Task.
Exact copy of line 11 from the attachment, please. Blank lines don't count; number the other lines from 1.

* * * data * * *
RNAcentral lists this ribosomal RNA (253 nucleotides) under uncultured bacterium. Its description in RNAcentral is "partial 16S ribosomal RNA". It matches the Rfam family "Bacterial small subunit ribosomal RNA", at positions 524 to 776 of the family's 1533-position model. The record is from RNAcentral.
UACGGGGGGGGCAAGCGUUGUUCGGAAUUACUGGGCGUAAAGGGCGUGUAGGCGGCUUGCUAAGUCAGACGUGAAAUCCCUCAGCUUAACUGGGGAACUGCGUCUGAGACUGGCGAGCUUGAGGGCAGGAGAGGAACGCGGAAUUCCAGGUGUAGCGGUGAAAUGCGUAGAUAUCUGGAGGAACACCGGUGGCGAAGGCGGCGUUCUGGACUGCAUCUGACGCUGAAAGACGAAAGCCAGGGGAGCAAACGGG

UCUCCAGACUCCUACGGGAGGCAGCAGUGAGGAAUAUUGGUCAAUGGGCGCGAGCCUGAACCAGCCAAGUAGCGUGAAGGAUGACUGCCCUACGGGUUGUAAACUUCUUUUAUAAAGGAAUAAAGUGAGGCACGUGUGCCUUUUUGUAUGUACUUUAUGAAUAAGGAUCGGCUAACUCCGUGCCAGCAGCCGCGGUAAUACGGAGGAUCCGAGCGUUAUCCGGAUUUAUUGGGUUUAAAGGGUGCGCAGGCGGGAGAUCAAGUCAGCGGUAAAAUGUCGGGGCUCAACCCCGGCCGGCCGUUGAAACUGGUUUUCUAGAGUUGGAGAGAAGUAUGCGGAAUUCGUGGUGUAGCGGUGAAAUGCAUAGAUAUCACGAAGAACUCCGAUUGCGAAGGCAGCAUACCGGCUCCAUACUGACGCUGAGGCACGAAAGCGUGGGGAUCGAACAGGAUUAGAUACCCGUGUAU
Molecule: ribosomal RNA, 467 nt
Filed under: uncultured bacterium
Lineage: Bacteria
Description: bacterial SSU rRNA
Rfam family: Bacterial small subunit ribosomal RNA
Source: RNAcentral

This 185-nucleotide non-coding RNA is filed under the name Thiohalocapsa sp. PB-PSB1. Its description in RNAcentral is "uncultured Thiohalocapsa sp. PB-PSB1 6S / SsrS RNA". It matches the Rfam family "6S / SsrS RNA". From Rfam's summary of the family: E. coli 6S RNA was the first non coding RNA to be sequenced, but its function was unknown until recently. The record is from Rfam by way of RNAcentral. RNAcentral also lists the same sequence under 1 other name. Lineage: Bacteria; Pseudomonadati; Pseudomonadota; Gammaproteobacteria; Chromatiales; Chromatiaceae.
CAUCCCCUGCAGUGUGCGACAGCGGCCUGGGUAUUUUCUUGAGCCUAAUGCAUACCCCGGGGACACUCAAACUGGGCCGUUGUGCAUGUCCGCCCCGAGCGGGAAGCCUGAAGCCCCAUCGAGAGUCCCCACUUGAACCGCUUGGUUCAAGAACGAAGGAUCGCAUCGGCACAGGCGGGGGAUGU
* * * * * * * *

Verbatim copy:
CAUCCCCUGCAGUGUGCGACAGCGGCCUGGGUAUUUUCUUGAGCCUAAUGCAUACCCCGGGGACACUCAAACUGGGCCGUUGUGCAUGUCCGCCCCGAGCGGGAAGCCUGAAGCCCCAUCGAGAGUCCCCACUUGAACCGCUUGGUUCAAGAACGAAGGAUCGCAUCGGCACAGGCGGGGGAUGU